Pope Benedict XVI is in Germany Thursday -- the third time that he has returned to his homeland since his pontification.

The trip is being hailed as an historic visit, and the Pope will speak before the German parliament, meet with Chancellor Angela Merkel and President Christian Wulff and lead a mass. About 100 parliamentarians have already boycotted Benedict's speech, and thousands of people have gathered to protest his presence.

This is not an unusual event. These days, the Pontiff is met by anti-Church demonstrations just about anywhere he goes, and he is as criticized as he is loved. In London last September, 20,000 people marched through central London, while another 80,000 attended a prayer service in Hyde Park.

So if this kind of activity is de rigueur, then what is so historic or momentous about this trip?

This biggest reason is the sex abuse scandal that has tarnished the Church, perhaps irrevocably. The abuse allegations, which have been made in Ireland, the United States, Belgium and other countries, hit Germany hard last year.

German newspaper Der Spiegel discovered that there have been more than 94 priests and clergymen suspected of sexual abuse since 1995 and in the early 1980s, and that a priest accused of abusing an 11-year old boy was allowed to resume duties with the Archdiocese of Munich and Freising, even under the eye of Pope Benedict XVI who was then known as Cardinal Joseph Ratzinger.

After being tasked with investigating abuse allegations by Pope John Paul II, Ratzinger wrote his letter of de delictis gravioribus, in which he urged bishops to keep abuse allegations and investigations inside the congregation rather than go public.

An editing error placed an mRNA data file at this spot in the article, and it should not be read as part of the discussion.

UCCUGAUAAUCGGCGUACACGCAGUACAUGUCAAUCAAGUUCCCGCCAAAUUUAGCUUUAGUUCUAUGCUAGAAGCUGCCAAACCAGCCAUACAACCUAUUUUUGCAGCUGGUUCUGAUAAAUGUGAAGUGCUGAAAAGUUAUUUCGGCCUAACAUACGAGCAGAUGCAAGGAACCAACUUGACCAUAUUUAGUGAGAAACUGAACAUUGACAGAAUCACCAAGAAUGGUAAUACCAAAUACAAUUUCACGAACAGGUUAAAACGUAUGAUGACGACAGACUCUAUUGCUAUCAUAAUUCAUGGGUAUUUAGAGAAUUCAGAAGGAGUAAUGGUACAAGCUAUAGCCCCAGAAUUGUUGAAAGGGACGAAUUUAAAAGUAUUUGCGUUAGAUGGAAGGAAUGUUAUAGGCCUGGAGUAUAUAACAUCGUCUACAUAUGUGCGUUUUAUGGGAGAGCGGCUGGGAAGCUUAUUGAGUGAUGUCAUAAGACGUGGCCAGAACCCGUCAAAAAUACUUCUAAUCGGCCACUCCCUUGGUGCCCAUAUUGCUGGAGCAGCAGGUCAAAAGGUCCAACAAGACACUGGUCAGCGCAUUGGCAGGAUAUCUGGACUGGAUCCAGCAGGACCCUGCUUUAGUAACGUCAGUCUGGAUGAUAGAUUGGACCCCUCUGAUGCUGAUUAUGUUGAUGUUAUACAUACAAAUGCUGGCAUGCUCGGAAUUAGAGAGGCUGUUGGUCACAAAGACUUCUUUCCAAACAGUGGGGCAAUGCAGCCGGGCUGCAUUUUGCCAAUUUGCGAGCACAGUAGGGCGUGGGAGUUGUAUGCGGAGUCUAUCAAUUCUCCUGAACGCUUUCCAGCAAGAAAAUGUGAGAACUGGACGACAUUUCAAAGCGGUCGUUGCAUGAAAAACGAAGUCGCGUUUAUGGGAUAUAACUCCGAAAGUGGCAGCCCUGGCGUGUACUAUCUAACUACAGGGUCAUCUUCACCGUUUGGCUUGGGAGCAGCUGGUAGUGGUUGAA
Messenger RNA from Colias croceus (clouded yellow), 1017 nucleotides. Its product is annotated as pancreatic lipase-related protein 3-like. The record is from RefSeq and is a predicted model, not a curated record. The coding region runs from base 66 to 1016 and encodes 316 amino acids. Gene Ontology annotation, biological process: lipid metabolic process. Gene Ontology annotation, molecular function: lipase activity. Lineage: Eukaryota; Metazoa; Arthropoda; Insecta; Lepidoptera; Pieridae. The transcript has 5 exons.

About one-third of all Germans are Catholic, and another third are Protestants in the Evangelical Church in Germany. However, more than 180,000 Germans left the Catholic Church in 2010, many over the Church's handing of sex abuse allegations.

I can understand that in the face of such reports, people, especially those close to victims, would say 'this isn't my Church any more,' the Pope told The Associated Press.

The Church is a net of the Lord that pulls in good fish and bad fish... We have to learn to live with the scandals and work against the scandals from inside the great net of the Church.

Additionally, Benedict is to meet with German Jewish leaders during his four day trip. Significant not only because it's an intra-religious dialog (the Pope is also speaking with Muslim leaders), but also because Germany, the Church and Benedict all have a tricky history with the Hebrew faith, to say the least.

Benedict has been lambasted by Jews in the past, especially for his decision to use the previously discarded “Prayer for the Conversion of the Jews” and for a 2009 decision to rehabilitate Bishop Richard Williamson, a Holocaust denier.

And, although he has been absolved for his past by the international community, it is worth noting that as a child Benedict was in the Hitler Youth.

I think it is a wonderful sign that the pope is taking time right at the beginning of his busy schedule for us, Dieter Graumann, Germany's top Jewish leader, told The AP.

It is a signal of friendship, of big-heartedness, and underlines that the relationship between the Roman Catholic church and Judaism has improved considerably in the past few decades.

During the protests in Germany so far, all the typical anti-church arguments have (justifiably) reared their heads. The church's stance toward homosexuality, birth control as well as its narrow-mindedness have all come under attack. But, Benedict has managed to avoid that sort of chaos and stay on message.

I have not come here primarily to pursue particular political or economic goals, but rather to meet people and to speak about God, Pope Benedict said during the welcome ceremony at Bellevue Castle.